Simply put: globalisation and neo-liberalism have hugely increased the capacity of rulers, corporations, oligarchs and criminal networks to obscure their movements of money through the international financial system.

A combination of neoliberalism and globalisation has led to the development of a massive industry servicing kleptocrats. This spreads outwards from London and New York to offshore jurisdictions and real estate hotspots, often arranged by Western financial services providers. Offshore finance has become critical. Untraceable shell companies are being used to shift money from one country to another.

Once money has been “cleansed”, it is increasingly invested in luxury housing and valuable real estate. Amid this, the laundering of reputations becomes critical. This often requires the hiring of politicians and lobbyists to re-brand kleptocrats as philanthropists and engaged global citizens.

The case of South Africa

South African President Cyril Ramaphosa recently referred to the years of his predecessor Zuma as “wasted”. But, typical of his style, this was an understatement. South Africa under Zuma advanced far down the road to becoming a kleptocracy.

Corruption became increasingly organised, politicians and parastatal managers being bought by external private interests. The Jacob Zuma Foundation appears to have served as a front for outright theft and appropriation of public monies. Intermediaries like KPMG and other auditing companies were used to hide the private appropriation of state resources from public gaze.

The London-based Bell Pottinger public relations company was used to explain away the scandals of the Zuma regime. While by its nature money laundering is obscure, there can be little doubt that money has been squirrelled away in offshore accounts.

Revelations emanating from the two commissions of inquiry indicate that South Africa stands in great peril of falling prey to kleptocracy. Under Ramaphosa, the government of the African National Congress (ANC) has taken important steps to reverse the trend. These include the appointment of a highly respected advocate to be the country’s chief prosecutor. But much will depend on the political will of the ANC to rid its ranks of its in-house kleptocrats for this promise to bear fruit.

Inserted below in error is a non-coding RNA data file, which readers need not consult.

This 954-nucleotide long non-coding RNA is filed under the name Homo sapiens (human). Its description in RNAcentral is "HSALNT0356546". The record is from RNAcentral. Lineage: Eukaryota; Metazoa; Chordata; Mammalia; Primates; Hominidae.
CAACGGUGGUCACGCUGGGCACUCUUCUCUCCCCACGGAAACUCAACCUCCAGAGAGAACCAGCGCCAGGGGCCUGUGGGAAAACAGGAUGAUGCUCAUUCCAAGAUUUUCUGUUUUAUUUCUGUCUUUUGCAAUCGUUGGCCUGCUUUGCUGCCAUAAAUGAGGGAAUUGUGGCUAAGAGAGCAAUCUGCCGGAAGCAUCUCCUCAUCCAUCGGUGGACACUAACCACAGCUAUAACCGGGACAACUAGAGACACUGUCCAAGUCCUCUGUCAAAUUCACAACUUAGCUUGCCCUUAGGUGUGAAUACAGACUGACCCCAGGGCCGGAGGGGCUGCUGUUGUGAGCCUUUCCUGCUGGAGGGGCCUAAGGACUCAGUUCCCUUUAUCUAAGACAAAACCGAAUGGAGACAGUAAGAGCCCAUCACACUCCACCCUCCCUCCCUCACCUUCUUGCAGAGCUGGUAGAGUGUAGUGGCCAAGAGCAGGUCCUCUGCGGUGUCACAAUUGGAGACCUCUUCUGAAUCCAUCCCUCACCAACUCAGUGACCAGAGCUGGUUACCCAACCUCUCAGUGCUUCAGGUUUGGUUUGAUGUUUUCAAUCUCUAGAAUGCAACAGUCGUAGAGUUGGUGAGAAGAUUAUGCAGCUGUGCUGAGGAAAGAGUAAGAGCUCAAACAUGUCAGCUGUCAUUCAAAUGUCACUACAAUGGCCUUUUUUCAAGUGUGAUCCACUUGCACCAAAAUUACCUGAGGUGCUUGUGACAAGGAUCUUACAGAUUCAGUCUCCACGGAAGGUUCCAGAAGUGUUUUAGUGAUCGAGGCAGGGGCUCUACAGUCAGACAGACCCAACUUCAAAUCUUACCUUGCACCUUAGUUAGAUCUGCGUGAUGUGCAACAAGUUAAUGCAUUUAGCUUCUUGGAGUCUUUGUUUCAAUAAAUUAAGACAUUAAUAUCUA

Battle to defeat kleptocracy

Tackling kleptocracy is enormously complex. Eliciting information from myriad international (often reluctant) sources takes time, money and patience. Legal action is time consuming and costly. Kleptocrats and their allies fight back strongly.

The good news is that South Africa has made a good start with the establishment of the commissions of inquiry.

The bad news is that the ANC government’s pursuit of the country’s kleptocrats may drop off once it has won the national elections in May. It will be up to opposition parties, the media and civil society to ensure that that doesn’t happen.The Conversation

Roger Southall, Professor of Sociology, University of the Witwatersrand. This article is republished from The Conversation under a Creative Commons license. Read the original article.